“I like to draw on tradition and put a little modernity in there,” she says.
Preserving your own food also allows you to control the amount of salt and sugar in a dish.
“The quality of the final product is dependent on the quality of the ingredients,” says Sterenfeld, who teaches a technique of creating simple preserves without pectin and with just a bit of sugar. “If you have good quality, you can let the fruit macerate in its own juices.”
When preserving food at home, basic food safety measures should be taken. Wash produce well and use high quality ingredients. Pay attention to the freezer life of foods and pack well to avoid freezer burn. When canning for extended shelf life, consult guides published after 1994 for tested methods to avoid molds, yeasts, bacteria, and enzyme issues. For the basics or to brush up, take a class at your local extension office or cooking school.
- Wondering why your raspberry jam won’t set? What causes soft pickles? How to create a boiling water bath? Your local extension office has the answers. Contact the food preservation specialist with questions and to sign up for classes.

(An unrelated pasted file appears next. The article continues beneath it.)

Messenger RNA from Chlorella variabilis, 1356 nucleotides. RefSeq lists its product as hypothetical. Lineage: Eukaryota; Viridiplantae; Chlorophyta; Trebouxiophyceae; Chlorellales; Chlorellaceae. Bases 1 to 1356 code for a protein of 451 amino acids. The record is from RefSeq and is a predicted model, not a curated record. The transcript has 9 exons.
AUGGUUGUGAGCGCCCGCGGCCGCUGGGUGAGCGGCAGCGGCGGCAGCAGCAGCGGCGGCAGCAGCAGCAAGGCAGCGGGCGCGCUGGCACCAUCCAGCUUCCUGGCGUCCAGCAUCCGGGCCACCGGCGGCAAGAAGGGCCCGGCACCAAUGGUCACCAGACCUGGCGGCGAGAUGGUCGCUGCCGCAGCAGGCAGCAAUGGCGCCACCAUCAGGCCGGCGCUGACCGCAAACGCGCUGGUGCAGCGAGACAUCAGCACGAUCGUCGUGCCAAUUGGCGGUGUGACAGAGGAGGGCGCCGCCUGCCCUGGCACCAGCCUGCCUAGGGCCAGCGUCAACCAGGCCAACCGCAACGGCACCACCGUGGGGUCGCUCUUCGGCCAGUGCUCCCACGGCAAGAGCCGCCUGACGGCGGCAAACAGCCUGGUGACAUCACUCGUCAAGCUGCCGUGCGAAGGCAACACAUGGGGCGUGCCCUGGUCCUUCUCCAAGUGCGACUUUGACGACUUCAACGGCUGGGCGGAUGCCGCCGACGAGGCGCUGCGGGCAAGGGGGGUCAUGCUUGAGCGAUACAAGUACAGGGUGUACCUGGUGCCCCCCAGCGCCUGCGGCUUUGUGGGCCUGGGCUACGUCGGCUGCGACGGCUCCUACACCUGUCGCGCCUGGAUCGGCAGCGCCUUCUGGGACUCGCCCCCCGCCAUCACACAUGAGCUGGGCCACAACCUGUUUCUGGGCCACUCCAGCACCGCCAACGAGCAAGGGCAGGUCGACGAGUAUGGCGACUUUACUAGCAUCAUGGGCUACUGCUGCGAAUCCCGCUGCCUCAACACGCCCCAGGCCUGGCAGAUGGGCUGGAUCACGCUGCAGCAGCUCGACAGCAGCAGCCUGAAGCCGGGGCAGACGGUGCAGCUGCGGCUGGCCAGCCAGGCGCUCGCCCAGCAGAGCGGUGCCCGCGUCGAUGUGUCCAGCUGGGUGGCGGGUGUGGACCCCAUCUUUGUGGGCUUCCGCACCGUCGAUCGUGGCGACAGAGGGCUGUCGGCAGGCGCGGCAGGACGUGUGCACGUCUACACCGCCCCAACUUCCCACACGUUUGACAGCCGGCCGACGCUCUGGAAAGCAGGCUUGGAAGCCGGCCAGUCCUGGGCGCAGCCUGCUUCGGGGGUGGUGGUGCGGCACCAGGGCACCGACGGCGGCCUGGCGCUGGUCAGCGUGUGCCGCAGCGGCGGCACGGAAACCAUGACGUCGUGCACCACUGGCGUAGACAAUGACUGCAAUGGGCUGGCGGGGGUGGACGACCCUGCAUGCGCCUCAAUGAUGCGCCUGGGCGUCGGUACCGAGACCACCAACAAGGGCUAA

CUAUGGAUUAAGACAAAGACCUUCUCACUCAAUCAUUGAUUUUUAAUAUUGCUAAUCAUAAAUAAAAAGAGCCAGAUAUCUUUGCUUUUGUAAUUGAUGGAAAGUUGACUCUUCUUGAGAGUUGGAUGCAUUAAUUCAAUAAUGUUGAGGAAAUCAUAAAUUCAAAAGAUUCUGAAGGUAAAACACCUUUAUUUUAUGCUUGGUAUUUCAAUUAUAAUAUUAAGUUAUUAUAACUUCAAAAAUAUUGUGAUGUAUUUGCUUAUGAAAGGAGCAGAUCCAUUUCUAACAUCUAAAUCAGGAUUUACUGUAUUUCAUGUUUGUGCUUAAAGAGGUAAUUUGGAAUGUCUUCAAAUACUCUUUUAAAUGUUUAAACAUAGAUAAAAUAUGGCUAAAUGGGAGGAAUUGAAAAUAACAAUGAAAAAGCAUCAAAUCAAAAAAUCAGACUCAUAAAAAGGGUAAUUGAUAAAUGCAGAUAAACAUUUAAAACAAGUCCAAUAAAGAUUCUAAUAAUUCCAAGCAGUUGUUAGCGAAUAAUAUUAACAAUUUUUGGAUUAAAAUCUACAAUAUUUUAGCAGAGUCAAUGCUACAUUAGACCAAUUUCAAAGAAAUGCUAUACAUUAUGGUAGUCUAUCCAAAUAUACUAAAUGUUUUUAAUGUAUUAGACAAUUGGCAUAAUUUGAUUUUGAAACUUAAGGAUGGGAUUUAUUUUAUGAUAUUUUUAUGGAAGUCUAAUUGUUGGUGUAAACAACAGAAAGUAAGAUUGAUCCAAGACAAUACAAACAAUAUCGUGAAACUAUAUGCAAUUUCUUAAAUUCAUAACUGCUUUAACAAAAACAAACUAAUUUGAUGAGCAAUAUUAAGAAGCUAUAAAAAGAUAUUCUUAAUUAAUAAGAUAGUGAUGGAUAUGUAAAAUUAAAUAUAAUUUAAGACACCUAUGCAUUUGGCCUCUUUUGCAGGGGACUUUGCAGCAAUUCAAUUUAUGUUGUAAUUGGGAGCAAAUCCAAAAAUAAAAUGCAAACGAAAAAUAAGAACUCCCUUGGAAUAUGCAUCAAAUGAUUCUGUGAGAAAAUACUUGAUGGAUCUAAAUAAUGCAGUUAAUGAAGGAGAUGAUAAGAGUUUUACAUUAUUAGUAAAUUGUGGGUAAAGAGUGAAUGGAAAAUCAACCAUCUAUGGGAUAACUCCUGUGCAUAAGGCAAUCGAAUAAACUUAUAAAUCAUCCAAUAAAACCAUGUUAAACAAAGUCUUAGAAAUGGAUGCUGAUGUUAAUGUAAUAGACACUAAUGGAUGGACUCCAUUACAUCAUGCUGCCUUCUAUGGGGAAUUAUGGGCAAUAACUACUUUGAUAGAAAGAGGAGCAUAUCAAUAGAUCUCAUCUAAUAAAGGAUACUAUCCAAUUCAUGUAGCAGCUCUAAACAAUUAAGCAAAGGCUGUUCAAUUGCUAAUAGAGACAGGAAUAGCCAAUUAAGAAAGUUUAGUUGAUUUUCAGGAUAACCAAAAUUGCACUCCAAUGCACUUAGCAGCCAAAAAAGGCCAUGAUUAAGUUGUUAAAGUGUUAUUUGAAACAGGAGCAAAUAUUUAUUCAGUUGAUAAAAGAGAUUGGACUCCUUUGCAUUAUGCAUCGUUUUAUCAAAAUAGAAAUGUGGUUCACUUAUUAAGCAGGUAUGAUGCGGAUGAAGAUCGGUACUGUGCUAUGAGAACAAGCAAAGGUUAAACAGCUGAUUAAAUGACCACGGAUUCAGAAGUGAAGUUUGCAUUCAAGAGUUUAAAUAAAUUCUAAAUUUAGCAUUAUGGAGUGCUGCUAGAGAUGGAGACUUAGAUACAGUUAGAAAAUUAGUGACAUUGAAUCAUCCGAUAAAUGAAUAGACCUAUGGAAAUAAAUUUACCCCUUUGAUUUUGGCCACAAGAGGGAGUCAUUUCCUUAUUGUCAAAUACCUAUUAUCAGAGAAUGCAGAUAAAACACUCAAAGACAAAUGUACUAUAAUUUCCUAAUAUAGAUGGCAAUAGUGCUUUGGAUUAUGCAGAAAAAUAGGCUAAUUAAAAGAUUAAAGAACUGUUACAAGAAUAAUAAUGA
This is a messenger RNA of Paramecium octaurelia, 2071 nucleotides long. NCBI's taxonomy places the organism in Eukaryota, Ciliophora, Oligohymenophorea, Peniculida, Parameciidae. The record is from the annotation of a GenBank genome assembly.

- Your local cooperative extension office offers free information detailing how to preserve a variety of fruits and vegetables. These tips are also available on the Penn State Home Preservation website, http://foodsafety.psu.edu/preserve.html.
- The National Center for Home Food Preservation, www.uga.edu/nchfp, is one of the best sources of safe food preservation methods.
- Recipes from the following books, in editions published only after 1994, have been scientifically tested for safety and quality: Ball Blue Book of Preserving, So Easy to Preserve, Complete Guide to Home Canning, and Ball Complete Book of Home Preserving.
- Sterenfeld recommends Janet Chadwick’s book, The Busy Person’s Guide to Preserving Food, as a resource for small batch preserving with the seasons.
- Canning tips, recipes, products and consumer message boards are available on the Ball website, www.freshpreserving.com.